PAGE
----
FORECASTERS say the wet weather which has lashed much of Scotland this week will continue until the weekend however severe weather warnings have now been lifted.
• Only one flood warning remains in place for Whitesands, in Dumfries
The torrential downpours seen over the last few days are expected to be replaced by lighters showers.
Eleven areas are still on flood alert, including Tayside, the Borders and Argyll, the Scottish Environment Protection Agency said.
The conditions caused major disruption to roads, railways and ferry services, with the Met Office issuing warnings of up to another 2in (60mm) of rain due to fall in some parts over the next few days.
Winds gusting up to 61mph hit Inverbervie on the Aberdeenshire coast, while 58mph gusts were recorded in Edinburgh and Stornoway.
There were ten flood warnings in force across Scotland last night – eight in Perthshire – where the Scottish Environment Protection Agency (SEPA) said immediate action was required because rivers were expected to burst their banks.
These covered three stretches of the River Earn between Comrie and Bridge of Earn; three sections of the Tay around Aberfeldy and Ballinluig; the River Isla near Ruthven; the River Lyon in Glen Lyon; the River Tweed near Dawyck Botanic Garden in the Borders; and Whitesands in Dumfries.
An ice warning was issued by Aberdeen City Council for Friday, with plunging temperatures risking frozen roads and pavements following overnight rain.
A man has died after his car became trapped under a bridge near a ford in Somerset last night.
The motorist, who pronounced dead at the scene, has yet to be identified.
The Met Office also issued a yellow warning – “be aware” –for heavy rain and high winds across southern Scotland for tomorrow and Sunday south of the Central Belt, caused by a deep depression developing off Portugal, which could cause further flooding and travel disruption.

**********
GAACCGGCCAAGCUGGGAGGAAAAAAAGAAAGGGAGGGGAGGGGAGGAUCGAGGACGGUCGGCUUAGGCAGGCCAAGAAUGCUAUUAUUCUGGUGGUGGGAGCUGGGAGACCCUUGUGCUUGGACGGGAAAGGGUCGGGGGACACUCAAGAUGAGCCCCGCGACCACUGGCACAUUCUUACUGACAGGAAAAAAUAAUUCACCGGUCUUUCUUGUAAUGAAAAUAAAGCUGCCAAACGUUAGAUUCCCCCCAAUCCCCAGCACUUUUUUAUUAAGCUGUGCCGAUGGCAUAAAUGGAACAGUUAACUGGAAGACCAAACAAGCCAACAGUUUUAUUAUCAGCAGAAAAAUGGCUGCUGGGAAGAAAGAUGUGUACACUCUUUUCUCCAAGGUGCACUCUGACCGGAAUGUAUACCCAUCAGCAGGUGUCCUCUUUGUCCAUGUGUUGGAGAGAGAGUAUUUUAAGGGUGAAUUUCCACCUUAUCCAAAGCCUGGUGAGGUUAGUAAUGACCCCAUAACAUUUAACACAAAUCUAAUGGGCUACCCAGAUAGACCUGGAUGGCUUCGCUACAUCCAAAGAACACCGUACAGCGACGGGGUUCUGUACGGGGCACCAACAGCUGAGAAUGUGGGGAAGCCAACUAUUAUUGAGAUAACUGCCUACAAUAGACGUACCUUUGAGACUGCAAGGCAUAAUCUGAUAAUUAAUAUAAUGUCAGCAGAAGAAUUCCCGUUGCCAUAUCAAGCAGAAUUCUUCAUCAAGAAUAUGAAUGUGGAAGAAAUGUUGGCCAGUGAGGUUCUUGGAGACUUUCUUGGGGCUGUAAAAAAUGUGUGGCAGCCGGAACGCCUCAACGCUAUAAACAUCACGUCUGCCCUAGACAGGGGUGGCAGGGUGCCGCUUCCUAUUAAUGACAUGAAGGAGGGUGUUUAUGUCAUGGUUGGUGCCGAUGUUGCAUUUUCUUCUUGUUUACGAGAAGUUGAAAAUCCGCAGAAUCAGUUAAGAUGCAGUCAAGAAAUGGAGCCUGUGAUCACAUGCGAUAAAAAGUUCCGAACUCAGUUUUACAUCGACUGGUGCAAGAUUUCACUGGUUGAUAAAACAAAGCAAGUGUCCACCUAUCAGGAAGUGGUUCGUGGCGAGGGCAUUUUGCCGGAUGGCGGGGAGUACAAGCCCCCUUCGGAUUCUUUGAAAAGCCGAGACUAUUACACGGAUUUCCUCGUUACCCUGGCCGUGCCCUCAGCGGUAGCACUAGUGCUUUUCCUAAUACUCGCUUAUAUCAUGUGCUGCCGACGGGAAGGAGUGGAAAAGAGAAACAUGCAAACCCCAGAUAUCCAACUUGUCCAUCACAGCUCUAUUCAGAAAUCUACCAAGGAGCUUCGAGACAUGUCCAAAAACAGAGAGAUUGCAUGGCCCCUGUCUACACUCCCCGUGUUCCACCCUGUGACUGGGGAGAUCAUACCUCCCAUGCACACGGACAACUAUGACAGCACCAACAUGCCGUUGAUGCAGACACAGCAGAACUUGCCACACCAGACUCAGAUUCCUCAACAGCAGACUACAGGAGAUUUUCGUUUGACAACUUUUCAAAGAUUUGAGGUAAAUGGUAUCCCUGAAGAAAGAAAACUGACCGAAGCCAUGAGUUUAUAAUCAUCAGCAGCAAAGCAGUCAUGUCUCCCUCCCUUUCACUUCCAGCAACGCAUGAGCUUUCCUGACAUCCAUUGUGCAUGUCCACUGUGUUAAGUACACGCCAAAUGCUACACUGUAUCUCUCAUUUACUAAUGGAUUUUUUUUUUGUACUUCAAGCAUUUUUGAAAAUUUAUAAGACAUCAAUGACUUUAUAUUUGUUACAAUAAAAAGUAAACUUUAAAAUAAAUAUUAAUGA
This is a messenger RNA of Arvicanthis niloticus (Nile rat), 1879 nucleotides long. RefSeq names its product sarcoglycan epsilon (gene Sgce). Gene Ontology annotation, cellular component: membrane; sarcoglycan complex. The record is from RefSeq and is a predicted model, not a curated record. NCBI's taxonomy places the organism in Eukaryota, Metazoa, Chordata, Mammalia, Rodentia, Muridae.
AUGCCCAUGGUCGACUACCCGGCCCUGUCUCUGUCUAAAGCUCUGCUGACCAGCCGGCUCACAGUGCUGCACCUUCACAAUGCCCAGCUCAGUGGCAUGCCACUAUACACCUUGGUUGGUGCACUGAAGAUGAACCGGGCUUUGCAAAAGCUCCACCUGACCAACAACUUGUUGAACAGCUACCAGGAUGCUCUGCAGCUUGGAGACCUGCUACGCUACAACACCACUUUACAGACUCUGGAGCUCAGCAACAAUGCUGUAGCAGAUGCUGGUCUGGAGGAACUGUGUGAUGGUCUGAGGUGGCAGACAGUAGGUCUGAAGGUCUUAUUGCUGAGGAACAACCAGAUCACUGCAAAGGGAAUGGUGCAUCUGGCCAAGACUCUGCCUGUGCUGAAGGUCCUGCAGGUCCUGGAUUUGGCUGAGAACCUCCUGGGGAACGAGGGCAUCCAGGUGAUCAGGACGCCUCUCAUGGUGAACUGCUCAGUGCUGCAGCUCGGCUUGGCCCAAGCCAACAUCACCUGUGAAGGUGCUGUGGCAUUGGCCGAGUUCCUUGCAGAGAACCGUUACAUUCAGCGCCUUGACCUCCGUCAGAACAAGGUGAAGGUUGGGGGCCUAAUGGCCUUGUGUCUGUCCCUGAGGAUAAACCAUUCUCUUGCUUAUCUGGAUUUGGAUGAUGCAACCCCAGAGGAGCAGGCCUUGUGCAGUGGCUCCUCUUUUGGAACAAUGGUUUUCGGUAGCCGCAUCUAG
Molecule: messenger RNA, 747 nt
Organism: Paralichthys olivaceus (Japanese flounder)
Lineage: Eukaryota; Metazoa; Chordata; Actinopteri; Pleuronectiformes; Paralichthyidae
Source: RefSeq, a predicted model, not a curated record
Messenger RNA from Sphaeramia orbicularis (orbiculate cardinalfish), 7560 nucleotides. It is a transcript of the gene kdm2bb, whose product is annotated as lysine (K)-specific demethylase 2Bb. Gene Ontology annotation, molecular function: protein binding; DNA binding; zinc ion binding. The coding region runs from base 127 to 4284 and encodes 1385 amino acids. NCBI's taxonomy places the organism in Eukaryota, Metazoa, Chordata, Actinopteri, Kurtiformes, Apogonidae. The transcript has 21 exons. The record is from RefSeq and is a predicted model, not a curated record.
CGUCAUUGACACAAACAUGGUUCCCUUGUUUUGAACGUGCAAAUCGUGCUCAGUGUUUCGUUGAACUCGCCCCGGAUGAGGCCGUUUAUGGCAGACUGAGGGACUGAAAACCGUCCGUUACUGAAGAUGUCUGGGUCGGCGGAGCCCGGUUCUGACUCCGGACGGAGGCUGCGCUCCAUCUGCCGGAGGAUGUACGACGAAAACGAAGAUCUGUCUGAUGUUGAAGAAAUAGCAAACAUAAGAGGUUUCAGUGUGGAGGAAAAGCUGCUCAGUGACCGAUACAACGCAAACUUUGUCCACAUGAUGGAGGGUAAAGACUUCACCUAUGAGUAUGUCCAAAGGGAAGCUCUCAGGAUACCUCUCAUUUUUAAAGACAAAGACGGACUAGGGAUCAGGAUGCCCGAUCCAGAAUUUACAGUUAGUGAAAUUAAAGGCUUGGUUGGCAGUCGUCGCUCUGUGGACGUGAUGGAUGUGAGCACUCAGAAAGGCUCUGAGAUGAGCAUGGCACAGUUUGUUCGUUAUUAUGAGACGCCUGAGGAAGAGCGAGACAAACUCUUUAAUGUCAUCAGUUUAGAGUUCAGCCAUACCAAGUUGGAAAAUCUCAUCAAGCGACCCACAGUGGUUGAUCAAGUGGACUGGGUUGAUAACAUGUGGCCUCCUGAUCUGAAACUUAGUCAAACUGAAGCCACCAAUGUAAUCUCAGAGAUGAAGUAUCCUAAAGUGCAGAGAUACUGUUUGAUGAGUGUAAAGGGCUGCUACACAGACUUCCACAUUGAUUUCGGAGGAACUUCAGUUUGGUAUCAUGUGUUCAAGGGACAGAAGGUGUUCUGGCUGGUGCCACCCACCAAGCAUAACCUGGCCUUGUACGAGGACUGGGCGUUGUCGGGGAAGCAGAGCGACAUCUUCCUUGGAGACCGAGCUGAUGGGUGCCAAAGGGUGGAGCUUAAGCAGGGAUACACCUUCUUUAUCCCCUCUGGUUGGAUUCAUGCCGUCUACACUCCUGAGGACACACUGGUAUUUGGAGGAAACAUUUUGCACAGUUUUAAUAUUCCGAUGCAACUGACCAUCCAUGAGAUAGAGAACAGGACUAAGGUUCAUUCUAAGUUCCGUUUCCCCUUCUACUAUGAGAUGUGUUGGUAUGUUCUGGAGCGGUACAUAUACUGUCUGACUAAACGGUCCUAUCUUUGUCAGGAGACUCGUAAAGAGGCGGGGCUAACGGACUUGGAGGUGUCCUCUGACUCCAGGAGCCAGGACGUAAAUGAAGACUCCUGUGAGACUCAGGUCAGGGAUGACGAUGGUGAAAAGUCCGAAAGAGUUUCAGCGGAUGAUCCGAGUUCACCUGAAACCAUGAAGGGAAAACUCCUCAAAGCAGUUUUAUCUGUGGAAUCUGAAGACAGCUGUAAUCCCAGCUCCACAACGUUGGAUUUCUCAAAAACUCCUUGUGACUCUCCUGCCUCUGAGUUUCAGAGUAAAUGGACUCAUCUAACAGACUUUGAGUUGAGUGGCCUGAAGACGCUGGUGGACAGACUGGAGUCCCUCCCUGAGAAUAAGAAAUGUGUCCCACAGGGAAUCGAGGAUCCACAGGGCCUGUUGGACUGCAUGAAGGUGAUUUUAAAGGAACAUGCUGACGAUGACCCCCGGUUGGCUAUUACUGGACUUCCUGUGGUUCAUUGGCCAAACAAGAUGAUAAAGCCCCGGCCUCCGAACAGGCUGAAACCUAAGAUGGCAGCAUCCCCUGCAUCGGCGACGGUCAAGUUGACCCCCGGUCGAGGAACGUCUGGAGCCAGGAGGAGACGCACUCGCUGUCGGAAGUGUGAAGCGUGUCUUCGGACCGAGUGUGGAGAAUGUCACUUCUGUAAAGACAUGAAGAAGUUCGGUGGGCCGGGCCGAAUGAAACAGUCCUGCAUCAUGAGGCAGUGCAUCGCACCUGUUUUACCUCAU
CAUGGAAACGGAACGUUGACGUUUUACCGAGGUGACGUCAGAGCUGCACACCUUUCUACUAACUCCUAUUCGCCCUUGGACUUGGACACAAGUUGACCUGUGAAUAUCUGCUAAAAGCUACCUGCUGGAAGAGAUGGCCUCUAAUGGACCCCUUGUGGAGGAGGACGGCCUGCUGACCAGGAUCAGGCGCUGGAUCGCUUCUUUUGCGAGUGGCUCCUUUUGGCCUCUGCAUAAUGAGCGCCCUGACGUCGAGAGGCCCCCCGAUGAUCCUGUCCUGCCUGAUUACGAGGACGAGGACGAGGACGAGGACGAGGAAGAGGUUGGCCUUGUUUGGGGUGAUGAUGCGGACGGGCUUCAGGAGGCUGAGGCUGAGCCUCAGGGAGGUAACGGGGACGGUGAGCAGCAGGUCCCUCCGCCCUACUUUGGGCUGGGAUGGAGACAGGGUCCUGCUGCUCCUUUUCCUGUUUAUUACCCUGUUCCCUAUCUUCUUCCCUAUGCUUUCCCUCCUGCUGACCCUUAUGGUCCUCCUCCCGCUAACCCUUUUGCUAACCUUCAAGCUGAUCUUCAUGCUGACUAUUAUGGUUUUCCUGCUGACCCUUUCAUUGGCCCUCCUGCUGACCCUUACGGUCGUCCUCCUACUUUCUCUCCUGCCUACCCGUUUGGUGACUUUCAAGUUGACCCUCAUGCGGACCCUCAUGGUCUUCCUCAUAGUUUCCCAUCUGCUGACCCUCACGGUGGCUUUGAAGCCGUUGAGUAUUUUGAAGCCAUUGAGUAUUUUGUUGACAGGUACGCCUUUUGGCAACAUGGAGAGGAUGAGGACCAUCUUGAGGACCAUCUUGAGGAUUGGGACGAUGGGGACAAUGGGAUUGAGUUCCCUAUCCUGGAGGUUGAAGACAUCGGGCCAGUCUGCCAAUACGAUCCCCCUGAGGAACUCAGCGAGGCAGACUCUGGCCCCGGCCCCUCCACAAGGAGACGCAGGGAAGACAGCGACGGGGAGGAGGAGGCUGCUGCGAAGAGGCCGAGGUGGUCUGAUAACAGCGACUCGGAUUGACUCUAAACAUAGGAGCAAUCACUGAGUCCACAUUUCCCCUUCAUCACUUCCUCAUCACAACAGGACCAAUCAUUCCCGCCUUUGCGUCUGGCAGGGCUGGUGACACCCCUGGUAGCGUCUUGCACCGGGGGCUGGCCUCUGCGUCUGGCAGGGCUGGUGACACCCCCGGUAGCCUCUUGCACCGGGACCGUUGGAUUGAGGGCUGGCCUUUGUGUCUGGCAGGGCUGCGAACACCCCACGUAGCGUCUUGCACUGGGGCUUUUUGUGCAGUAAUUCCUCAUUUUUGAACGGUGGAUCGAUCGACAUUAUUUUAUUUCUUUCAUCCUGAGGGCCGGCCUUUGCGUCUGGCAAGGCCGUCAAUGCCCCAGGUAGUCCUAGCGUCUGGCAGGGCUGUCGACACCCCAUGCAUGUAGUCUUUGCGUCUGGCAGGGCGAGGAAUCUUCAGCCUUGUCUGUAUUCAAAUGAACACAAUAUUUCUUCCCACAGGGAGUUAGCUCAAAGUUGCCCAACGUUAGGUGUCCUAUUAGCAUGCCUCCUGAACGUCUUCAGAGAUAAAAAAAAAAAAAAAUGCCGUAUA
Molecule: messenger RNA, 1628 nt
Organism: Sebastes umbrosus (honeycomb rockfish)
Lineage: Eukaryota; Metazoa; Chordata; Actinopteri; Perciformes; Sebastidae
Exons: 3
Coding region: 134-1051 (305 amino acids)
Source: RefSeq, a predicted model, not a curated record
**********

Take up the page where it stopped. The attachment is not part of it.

A spokesman said: “Many areas are likely to experience a period of very wet and very windy weather over the weekend. The public should be aware that some flooding is likely, and winds could potentially cause damage to buildings and uproot some trees.
“Given the saturated ground, there is potential for the rainfall to lead to considerable disruption in some areas, though at this stage details are uncertain.”
The taxi rank outside Glasgow Central – the busiest rail station outside London – was closed yesterday after masonry fell from a building in Gordon Street.
The city council said it had dealt with 54 flooding incidents on the roads yesterday morning.
Flooding also disrupted traffic on major routes, including several roads in the central Borders, such as the A7 in Galashiels, the A68 and A697.
The M8 was affected near Bathgate, the M73 and M74 in South Lanarkshire, the A9 near Auchterarder and the A830 Road to the Isles between Morar and Mallaig. Flooding also caused problems on the A90 north of Dundee, the A84 north of Callander and the A823(M) south of Dunfermline.
A 40mph speed limit was imposed on the Forth Road Bridge, while high winds were reported on the Skye Bridge.
Railway routes were also hit, with a landslip forcing the closure of the Kilmarnock- Dumfries line. Workers are expected to complete repairs by Friday afternoon.
Commuters also suffered delays and cancellations caused by flooding at Hartwood in North Lanarkshire on the Edinburgh-Glasgow line via Shotts.
Areas with the highest rainfall on Thursday were Threave with 30mm and Eskdalemuir with 29.2mm, both in Dumfries and Galloway.
CalMac reported disruption to several west coast ferry routes, with winds gusting to more than 50mph near Oban.
A Tayside Police spokesman said: “We advise drivers to reduce their speed and drive with the utmost care as heavy and persistent rainfall is set to continue across the region through today, leading to surface water that will make driving conditions more difficult.
“Drivers should slow down approaching standing water to avoid risks of aquaplaning. They should also give consideration to any pedestrians nearby.”
Staff at Logan Botanic Garden, south of Stranraer, were sent home at lunchtime after the access road flooded. Garden curator Richard Baines said: “I have never driven in rain like it before. The water was flowing down the road like a river.”
Emergency services were on standby in an attempt to prevent flooding in the Perthshire village of Comrie, where more than 100 residents were evacuated on Monday when the Water of Ruchill burst its banks.
Perth and Kinross Council announced that flood defences for the village, which was also flooded in August, are to be strengthened, with £1 million set aside.
Tony Conlan, a forecaster with MeteoGroup, said: “By Saturday night, a heavy band of rain will push up from England and is likely to cause problems.”